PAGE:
Rebel star McLoughlin defends Anthony Nash's controversial free-taking style

Donal Og Cusack this week hit out at opponents of the ‘Nash motion’.

Anthony Nash scores for Cork in last September's All-Ireland SHC final replay.
Anthony Nash scores for Cork in last September's All-Ireland SHC final replay.
Image: Donall Farmer/INPHO

CORK HURLING STAR Lorcán McLoughlin is a big fan of Anthony Nash’s swashbuckling free-taking style – even if former Rebels goalkeeper Donal Óg Cusack isn’t.

Nash, who’s also a clubmate of McLoughlin’s, has come under renewed criticism from Cusack, who believes that supporters of his successor between the sticks are guilty of “small town politics.”

Cusack was a member of the committee that devised the ‘Anthony Nash rule’, aimed at stopping players from gaining yards from 20m frees. GAA chiefs kicked for touch at Annual Congress and again at a recent Central Council meeting ahead of a proposed hurling forum to discuss all aspects of the game.

But McLoughlin, 24, doesn’t believe that Nash should be singled out just because he possesses a unique skill.

Speaking at a promotional event ahead of Sunday’s Allianz Hurling League quarter-final against Tipperary, Kanturk man McLoughlin said: “With the 21-yard (20m) free, as a team we haven’t dwelled on it too much.

“We’ve looked after our side of things but it’s an art that I suppose Anthony has perfected. It’s a great addition for us to have something like that available to us because, you know, more often than not he finishes the ball. He gets goals from it.

“But in the league so far Patrick Horgan has hit 21-yard frees and scored them as well.”

McLoughlin also leapt to the defence of Aidan Walsh, another Kanturk and Cork teammate, who has decided to play both intercounty hurling and football this year. Cusack, however, believes that combining both codes cannot be done, insisting that it is a “fanciful” concept.

Lorcan McLoughlin Cork's Lorcan McLoughlin at Cahir Castle yesterday. Source: James Crombie/INPHO

But McLoughlin insisted that Walsh, Eoin Cadogan and Damien Cahalane have been huge additions to the hurling set-up.

He added: “From my own personal point of view I think they’re definitely an addition to the panel.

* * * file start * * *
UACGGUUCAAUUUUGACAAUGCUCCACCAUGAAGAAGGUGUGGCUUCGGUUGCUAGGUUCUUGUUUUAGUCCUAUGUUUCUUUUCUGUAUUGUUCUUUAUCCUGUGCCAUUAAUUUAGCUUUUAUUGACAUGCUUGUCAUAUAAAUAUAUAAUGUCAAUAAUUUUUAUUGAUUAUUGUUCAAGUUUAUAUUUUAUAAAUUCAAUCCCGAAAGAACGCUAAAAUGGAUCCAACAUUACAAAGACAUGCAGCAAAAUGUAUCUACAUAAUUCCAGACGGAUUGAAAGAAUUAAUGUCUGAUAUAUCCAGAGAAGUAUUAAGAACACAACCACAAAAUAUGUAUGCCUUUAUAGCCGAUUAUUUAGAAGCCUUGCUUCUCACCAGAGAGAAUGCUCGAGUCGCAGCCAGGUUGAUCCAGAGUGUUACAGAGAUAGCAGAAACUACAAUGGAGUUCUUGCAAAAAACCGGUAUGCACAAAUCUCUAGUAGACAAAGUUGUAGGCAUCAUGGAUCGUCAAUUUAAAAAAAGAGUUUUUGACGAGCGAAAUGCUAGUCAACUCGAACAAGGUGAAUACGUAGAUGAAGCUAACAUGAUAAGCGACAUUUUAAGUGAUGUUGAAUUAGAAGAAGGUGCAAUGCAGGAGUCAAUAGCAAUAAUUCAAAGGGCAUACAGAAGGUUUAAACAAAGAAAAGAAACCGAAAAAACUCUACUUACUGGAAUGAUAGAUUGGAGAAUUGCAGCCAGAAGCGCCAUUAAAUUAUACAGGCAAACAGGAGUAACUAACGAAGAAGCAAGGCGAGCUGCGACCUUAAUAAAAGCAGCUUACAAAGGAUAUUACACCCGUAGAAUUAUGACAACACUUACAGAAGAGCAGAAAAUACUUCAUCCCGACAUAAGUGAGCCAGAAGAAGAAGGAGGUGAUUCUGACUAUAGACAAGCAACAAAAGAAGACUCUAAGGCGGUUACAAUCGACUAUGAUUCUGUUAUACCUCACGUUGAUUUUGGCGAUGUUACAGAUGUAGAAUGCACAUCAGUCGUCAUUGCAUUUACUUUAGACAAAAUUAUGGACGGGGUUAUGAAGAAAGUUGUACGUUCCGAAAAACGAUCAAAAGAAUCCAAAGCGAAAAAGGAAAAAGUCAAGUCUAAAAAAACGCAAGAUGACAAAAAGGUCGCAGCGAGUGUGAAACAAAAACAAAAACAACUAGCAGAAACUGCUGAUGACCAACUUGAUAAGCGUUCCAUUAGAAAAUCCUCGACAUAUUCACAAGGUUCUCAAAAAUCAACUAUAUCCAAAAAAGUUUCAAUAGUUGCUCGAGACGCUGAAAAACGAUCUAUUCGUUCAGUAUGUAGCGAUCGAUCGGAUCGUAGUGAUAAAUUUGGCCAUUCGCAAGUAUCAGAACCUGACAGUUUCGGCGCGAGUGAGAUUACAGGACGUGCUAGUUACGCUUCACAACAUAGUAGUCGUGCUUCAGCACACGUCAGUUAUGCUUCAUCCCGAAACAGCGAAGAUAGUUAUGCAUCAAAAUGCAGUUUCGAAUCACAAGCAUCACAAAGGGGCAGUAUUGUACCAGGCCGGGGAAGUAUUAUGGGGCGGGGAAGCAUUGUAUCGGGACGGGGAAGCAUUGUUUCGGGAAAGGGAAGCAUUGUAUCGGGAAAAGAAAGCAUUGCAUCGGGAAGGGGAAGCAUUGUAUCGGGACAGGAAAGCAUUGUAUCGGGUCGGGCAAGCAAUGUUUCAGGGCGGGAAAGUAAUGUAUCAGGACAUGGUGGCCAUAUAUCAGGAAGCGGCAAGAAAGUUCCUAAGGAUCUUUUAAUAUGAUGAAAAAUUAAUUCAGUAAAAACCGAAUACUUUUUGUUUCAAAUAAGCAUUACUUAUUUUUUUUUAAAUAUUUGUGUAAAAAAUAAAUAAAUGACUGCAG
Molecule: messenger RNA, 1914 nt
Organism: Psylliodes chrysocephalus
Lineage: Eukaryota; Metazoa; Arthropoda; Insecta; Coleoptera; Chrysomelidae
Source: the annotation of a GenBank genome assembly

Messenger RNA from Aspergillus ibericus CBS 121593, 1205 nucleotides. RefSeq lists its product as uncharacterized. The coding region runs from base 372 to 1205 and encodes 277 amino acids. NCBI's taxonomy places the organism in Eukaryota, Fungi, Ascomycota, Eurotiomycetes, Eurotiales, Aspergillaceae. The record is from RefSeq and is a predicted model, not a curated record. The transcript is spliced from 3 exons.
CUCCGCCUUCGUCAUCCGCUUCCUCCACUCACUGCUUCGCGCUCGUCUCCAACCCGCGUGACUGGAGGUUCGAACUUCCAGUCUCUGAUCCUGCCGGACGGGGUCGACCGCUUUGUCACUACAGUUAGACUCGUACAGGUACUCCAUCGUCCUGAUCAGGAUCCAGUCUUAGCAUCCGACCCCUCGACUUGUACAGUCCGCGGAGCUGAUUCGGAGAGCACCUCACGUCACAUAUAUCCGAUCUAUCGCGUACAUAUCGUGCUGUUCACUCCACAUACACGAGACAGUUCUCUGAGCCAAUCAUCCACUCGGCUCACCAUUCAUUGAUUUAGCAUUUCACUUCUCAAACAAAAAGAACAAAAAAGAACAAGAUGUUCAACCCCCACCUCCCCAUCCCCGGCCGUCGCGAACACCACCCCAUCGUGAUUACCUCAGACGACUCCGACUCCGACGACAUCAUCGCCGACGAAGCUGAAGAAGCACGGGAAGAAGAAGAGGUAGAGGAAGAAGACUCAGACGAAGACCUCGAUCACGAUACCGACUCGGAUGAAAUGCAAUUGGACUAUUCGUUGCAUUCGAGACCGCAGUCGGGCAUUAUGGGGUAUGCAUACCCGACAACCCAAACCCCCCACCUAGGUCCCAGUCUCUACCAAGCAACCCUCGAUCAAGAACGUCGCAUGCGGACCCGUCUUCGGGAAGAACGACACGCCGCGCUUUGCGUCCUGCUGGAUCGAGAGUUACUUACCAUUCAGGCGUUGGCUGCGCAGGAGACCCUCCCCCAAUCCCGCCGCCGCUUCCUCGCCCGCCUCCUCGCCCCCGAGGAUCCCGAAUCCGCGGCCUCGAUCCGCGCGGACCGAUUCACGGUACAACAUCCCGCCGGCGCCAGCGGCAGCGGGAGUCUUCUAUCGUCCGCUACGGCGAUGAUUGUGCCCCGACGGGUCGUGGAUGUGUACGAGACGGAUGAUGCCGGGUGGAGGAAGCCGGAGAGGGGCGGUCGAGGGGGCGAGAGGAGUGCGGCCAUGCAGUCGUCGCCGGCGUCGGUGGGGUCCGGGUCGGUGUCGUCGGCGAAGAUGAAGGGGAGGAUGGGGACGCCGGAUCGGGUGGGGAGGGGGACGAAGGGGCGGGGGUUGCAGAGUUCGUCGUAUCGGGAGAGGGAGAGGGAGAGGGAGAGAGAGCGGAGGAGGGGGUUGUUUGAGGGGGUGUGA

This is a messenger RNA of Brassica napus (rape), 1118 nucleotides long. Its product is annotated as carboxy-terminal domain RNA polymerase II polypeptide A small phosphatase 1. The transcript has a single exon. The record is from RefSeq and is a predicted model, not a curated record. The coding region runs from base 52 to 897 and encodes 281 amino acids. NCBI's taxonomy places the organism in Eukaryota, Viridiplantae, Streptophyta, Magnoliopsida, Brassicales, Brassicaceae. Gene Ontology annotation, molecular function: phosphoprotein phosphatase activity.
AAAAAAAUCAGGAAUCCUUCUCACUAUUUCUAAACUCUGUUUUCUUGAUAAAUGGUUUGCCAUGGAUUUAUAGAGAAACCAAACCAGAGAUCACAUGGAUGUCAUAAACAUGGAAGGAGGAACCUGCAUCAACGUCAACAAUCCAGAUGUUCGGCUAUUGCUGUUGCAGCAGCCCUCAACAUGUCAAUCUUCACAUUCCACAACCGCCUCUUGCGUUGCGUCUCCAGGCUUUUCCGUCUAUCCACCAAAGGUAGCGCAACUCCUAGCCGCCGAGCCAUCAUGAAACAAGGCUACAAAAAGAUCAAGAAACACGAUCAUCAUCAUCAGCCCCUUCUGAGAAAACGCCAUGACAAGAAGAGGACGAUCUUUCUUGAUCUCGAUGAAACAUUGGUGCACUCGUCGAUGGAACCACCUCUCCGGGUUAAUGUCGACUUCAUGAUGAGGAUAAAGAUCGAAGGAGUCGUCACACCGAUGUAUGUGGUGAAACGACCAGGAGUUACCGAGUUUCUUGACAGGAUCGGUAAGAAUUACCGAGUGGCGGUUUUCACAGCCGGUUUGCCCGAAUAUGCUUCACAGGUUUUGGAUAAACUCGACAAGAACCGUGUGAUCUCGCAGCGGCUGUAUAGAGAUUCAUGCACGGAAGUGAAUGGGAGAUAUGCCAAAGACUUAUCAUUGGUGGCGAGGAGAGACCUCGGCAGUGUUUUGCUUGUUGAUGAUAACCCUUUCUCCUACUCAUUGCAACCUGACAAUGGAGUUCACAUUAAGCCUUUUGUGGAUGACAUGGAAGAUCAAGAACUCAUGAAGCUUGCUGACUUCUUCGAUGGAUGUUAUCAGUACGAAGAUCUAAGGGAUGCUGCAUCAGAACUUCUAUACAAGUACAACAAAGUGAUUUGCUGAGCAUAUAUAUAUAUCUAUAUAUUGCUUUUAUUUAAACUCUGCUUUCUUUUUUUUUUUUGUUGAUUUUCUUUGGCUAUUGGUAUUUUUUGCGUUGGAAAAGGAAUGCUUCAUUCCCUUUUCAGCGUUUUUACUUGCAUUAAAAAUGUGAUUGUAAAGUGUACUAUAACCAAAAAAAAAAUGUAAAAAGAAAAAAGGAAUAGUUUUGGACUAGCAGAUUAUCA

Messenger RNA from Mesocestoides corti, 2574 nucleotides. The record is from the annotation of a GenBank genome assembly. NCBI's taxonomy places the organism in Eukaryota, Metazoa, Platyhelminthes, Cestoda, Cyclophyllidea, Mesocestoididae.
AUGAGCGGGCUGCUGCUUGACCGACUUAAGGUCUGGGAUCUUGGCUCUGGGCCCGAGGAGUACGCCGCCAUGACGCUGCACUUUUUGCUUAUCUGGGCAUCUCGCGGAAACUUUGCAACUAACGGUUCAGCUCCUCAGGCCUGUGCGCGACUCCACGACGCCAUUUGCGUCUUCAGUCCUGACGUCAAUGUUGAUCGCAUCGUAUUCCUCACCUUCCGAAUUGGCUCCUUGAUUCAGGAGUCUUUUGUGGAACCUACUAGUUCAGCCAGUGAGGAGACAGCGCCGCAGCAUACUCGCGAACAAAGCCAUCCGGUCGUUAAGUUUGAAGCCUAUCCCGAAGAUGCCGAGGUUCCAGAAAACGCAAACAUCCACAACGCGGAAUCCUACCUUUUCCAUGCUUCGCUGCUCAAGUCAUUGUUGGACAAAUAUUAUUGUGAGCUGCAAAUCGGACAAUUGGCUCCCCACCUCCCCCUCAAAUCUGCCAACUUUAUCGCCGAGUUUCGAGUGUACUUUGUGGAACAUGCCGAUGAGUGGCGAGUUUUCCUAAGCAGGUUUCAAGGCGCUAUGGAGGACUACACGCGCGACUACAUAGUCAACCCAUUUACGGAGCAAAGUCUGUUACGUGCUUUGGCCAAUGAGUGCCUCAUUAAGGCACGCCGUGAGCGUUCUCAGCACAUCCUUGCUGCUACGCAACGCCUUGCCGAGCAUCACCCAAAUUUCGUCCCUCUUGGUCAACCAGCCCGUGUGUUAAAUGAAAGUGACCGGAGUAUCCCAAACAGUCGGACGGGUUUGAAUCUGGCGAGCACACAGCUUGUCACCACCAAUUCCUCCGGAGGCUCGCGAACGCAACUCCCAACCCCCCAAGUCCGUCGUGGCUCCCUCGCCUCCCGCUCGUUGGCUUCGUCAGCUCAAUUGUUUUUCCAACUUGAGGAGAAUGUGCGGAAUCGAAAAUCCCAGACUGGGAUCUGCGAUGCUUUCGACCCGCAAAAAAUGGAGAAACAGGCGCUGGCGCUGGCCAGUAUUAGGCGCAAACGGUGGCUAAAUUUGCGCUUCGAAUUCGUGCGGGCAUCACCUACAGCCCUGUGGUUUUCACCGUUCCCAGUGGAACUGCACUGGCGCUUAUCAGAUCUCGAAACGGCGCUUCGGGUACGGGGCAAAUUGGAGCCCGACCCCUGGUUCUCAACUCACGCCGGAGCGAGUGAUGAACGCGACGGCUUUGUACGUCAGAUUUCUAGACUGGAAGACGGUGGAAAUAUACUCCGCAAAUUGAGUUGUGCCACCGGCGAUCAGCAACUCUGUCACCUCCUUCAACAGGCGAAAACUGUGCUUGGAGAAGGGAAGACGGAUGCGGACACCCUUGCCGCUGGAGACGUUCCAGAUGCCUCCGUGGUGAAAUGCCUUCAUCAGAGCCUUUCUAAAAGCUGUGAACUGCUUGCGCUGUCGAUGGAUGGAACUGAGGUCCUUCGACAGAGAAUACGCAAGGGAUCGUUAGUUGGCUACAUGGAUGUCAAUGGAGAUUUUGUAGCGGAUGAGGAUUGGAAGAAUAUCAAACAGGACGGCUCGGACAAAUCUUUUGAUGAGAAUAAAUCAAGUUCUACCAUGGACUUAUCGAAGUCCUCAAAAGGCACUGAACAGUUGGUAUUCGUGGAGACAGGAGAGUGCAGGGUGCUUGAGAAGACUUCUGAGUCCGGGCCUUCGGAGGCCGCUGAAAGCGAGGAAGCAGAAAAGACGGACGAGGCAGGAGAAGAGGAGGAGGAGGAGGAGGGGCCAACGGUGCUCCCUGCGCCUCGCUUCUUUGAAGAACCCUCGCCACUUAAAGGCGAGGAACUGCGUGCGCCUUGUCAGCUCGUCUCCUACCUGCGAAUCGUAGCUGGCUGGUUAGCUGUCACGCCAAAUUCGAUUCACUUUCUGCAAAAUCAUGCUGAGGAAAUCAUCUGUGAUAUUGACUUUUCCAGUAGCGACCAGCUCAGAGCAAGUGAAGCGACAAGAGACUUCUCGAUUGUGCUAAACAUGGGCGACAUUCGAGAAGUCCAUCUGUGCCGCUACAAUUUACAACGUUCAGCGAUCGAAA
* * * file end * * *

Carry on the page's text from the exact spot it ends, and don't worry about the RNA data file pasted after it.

“They’ve added competition to the set-up and fellas have to work harder in training because they know they’re under pressure.

“From their point of view, maybe they’d have preferred to get more game time.

“Injuries, when they are trying to commit to two different codes, are an aspect that can affect it but no, they’ve been an addition. Aidan has strengthened up the forward line and added a different dimension and Cadogan’s physical presence is another option.

“Damien Cahalane came on the last day (against Wexford) and I thought he was effective.

“They’re more options and they’re adding to the panel. In the long run, we’ll see the benefit. At the moment, they’ve picked a few injuries which haven’t helped their progress but it will only be later on in the year when we see their real benefit to the panel.”

McLoughlin, named in the half-back line for Sunday’s clash, is a dual player himself at club level for Kanturk and with divisional outfit Duhallow.

And he conceded: “From underage I would have found it difficult but it’s down to the players themselves. If they feel they’re up to it, they’re young, flying fit and physically they’ll add to the panel.

“They’re young enough so they might as well try it. Careers are short enough so if they don’t try it now, it will have passed them by. Fair play to them – they should try it and I think they will be big additions to the panel.”

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Jackie Cahill

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